William T. Lake, the FCC Media Bureau Chief, told a gathering at the Media Institute that “when the elephants fight, it is the grass that suffers.” In this case, the elephants are broadcasters and MVPDs, and consumers are the grass. But he said the FCC has determined it has very few tools to protect consumers during contentious retransmission negotiations. NAB’s Gordon Smith commented on Lake’s comments, advocating consumer education on their options during an impasse.
Describing the current retransmission situation, Lake said, “We all know the nub of what has happened. The broadcasters see their ad revenues down and see the allure of a dual revenue stream. And the distributors feel stress on the amounts they have planned to pay for programming. The cash demands of broadcasters are rising faster than the distributors’ willingness to pay, and the result has been a growing number of cliffhanger negotiations – and some that have fallen off the cliff. Some observers say that the retransmission landscape changed forever when Cablevision subscribers missed two games of the World Series. But just think how much more it would have changed if the Yankees had been in the Series!”
Lake said all the Commission can do is make sure that negotiations are being carried out in good faith, which has proven inadequate to prevent the occasional disruption of service.
He said the Commission has read comments filed on its pending retransmission proceeding, and takes seriously its mandate to protect consumers, and will put together a Notice of Proposed Rulemaking to look at what it might be able to do. “One thing we’ve heard is that uncertainty exists about what good faith means,” said Lake. “Our rules provide some limited guidance on this; but, if we can provide greater certainty to the marketplace, that could help to guide the negotiating parties and reduce the number of failed deals and dropped signals.”
He added only a few other thoughts, saying, “We may be able to provide more specifics about the meaning and scope of the ‘totality of the circumstances’ test. Because a principal concern is to protect consumers when talks break down, we may propose to strengthen our notice requirement and extend it to non-cable distributors and broadcasters. If some of our broadcast rules are thought to interfere with market negotiations, we may want to look at those rules.”
Concluding his remarks on the topic, Lake said, “We will pay close attention to the comments we receive and also to future developments in the marketplace. Are the disruptions of the last year an anomaly — perhaps just a sign of friction as prices move to a new level? Or will we see a continuing pattern of disputes that threaten viewers’ access to programming? We hope that a rulemaking will help us to find the most constructive role we can play to protect consumers under the retransmission law as it now exists.”
A full transcript of Lake’s remarks can be read here.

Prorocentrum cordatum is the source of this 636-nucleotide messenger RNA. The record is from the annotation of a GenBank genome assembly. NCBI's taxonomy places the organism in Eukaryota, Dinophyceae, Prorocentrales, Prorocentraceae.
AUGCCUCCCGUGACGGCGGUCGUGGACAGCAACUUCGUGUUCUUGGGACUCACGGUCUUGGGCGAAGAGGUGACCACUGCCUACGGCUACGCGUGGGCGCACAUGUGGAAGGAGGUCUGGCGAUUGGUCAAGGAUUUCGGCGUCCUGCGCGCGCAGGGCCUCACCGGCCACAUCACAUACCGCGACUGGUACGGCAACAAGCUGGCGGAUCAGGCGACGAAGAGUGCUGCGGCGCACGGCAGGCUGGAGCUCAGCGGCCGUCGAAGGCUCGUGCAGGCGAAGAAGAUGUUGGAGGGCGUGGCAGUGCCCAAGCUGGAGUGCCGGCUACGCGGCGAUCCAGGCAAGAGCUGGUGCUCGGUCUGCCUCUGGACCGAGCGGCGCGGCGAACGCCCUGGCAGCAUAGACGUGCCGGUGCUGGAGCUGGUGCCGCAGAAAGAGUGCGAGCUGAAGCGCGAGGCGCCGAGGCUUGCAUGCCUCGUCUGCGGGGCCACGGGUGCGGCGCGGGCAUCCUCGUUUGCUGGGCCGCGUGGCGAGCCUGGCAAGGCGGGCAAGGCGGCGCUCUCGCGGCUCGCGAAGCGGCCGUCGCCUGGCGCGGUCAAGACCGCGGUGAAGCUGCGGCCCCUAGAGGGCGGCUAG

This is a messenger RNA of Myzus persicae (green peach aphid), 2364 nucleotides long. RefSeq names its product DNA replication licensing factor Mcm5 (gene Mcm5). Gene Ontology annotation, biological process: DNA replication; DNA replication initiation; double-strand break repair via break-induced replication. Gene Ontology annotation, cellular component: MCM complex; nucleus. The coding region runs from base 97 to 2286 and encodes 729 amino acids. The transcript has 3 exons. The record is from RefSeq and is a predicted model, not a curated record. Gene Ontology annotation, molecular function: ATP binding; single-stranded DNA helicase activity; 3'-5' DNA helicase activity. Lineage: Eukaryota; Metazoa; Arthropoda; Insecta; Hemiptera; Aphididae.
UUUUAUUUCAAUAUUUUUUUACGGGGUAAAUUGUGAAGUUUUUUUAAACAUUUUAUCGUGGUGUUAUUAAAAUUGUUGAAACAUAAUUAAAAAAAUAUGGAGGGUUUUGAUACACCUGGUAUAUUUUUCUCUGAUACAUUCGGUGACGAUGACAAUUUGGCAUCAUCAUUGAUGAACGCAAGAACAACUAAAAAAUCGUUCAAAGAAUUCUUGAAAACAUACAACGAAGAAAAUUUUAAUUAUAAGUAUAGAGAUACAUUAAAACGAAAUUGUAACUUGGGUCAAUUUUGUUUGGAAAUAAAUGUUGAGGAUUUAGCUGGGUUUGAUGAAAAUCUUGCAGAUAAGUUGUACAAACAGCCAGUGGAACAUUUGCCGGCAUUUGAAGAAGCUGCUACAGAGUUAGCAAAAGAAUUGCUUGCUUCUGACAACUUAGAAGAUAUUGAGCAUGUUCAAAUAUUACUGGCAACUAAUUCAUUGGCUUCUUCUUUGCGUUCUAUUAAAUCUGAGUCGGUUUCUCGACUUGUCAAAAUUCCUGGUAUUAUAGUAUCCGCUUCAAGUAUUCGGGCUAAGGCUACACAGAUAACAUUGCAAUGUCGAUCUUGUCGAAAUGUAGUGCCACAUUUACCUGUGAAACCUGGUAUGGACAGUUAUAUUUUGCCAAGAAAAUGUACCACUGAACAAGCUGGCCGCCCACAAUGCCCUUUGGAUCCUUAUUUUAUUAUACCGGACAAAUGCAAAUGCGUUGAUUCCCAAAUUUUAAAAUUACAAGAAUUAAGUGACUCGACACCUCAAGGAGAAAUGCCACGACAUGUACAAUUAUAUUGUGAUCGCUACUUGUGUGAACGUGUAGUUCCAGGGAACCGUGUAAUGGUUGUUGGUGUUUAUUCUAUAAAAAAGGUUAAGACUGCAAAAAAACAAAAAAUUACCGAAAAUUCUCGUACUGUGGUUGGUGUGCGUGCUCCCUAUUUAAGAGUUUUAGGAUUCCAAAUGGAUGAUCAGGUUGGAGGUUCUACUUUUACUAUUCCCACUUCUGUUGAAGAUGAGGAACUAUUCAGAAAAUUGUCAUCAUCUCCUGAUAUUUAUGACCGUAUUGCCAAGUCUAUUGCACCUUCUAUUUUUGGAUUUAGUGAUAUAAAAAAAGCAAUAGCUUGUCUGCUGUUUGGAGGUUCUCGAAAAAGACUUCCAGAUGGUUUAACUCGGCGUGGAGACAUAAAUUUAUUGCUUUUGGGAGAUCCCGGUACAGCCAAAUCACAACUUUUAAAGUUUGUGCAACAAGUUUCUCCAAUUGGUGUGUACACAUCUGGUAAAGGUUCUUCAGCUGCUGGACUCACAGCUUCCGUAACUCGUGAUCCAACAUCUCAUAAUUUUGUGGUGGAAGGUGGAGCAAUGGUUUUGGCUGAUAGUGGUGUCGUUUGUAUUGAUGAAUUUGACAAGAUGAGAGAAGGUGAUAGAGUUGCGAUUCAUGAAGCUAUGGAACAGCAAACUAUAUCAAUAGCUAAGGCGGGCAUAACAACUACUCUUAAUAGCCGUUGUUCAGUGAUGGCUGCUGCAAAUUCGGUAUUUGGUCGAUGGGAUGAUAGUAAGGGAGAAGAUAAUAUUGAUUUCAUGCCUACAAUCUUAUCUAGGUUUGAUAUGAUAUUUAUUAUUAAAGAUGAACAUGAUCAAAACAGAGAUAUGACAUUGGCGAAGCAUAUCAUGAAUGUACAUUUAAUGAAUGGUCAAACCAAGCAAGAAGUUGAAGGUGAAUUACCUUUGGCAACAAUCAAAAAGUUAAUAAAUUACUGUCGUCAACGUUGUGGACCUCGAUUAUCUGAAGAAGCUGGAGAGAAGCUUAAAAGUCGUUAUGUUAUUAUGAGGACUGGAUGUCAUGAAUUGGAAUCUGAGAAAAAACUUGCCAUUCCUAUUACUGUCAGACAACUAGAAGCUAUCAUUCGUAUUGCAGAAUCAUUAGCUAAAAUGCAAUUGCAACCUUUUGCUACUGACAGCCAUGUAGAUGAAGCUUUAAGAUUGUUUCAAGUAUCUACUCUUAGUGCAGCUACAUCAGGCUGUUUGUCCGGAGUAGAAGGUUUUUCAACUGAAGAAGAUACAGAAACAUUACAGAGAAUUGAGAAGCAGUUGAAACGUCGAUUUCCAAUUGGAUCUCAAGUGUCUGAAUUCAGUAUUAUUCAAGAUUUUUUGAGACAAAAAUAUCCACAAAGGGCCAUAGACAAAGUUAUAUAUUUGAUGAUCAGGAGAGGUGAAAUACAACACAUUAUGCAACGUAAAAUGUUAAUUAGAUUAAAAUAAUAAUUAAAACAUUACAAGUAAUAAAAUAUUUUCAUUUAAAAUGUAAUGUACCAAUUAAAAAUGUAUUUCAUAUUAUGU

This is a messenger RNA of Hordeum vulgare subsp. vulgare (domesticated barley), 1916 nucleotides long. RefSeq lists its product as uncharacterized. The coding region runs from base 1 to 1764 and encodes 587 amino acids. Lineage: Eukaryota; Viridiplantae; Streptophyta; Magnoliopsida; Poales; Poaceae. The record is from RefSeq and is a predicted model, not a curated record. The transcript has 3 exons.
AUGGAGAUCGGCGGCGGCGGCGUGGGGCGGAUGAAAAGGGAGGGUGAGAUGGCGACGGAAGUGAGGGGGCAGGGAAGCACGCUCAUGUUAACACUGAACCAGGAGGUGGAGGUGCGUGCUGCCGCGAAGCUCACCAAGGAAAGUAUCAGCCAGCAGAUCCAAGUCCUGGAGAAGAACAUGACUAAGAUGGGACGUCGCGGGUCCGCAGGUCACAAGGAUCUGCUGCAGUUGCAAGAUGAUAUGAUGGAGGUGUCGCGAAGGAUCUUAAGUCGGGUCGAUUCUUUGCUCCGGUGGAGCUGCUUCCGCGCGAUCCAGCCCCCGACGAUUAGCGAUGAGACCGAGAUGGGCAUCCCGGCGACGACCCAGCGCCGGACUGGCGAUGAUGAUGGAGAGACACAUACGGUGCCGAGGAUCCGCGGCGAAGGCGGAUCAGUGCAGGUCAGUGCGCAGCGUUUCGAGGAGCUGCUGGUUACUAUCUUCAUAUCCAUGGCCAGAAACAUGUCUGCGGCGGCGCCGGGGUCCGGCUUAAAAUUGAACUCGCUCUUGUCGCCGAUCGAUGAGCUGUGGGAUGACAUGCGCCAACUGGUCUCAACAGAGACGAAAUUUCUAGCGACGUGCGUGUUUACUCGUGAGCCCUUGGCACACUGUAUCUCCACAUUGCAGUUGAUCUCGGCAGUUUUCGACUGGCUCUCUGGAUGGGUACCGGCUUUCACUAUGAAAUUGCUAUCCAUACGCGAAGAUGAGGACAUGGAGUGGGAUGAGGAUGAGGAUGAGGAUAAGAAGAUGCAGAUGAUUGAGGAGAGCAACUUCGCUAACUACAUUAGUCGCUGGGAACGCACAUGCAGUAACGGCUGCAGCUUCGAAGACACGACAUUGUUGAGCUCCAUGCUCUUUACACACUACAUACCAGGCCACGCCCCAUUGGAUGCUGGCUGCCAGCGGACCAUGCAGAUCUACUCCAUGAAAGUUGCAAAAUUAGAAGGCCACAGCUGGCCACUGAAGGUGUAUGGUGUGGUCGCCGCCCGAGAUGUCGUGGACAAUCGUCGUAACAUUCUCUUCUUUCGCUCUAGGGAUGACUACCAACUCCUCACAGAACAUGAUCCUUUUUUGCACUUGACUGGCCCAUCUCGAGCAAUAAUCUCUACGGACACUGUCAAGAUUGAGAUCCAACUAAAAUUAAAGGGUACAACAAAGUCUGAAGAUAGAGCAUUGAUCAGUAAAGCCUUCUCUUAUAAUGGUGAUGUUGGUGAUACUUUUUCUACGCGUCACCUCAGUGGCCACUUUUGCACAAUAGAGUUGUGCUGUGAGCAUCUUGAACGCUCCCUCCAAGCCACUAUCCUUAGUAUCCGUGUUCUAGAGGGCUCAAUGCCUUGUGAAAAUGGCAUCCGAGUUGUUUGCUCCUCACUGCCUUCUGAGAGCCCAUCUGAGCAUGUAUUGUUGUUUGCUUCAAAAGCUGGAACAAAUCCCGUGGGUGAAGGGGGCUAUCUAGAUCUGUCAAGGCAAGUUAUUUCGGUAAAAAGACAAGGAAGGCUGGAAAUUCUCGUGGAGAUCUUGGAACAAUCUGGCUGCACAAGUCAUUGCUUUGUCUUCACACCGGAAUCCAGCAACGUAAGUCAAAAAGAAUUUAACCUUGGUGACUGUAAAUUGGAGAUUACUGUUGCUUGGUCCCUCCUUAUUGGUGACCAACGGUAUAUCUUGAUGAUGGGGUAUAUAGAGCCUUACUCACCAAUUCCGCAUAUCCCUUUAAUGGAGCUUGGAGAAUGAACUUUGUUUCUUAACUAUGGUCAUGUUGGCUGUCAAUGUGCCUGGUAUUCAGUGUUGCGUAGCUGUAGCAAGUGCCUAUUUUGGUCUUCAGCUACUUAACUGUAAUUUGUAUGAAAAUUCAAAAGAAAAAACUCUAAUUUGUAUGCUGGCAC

NAB President/CEO Gordon Smith commented on the proceeding, saying, “NAB strongly endorses educating consumers with the multiple options available to them in the exceedingly rare instance when a retransmission consent dispute arises, including the antenna TV option. In the final analysis, injecting Washington into private business negotiations that have a 99 percent success rate only serves to embolden pay-TV companies. If the pay-TV giants succeed, there will be further migration of premiere sporting events like the Super Bowl away from free TV, and a reduction in financial resources that sustains quality foreign language programming, local news and entertainment to a growing audience of more than 30 million Americans who rely exclusively on over-the-air television.”
RBR-TVBR observation: In our humble opinion, a new NPRM that focuses on determining what even a better-defined “good faith” is will serve mainly to consume time to no particular end. Broadcasters would argue that MVPDs are not bargaining in good faith right now, in hopes of scaring up some regulatory or legislative relief in Washington.
It seems that MVPDs are deliberately failing to come to terms, forcing broadcasters to withhold programming, and then running to Washington and blaming broadcasters for the whole mess.
MVPDs point to must-carry as a regulatory thumb on the scale in broadcast’s favor. We’d point out that just as soon as basic cable programmers are saddled with a public interest responsibility and are reliable providers of local news and information programming, than perhaps they would also qualify for a little special treatment. But that won’t happen.
The simple fact is that it is not within the reasonable realm of possibility to expect anybody at the FCC or anywhere else to divine whether or not somebody is bargaining in good faith. The guarantor of good faith is the fact that MVPDs need broadcast programming and broadcasters need MVPD distribution platforms. Let’s just go ahead and let those mutual facts coupled with the free and open market determine where the good faith line is.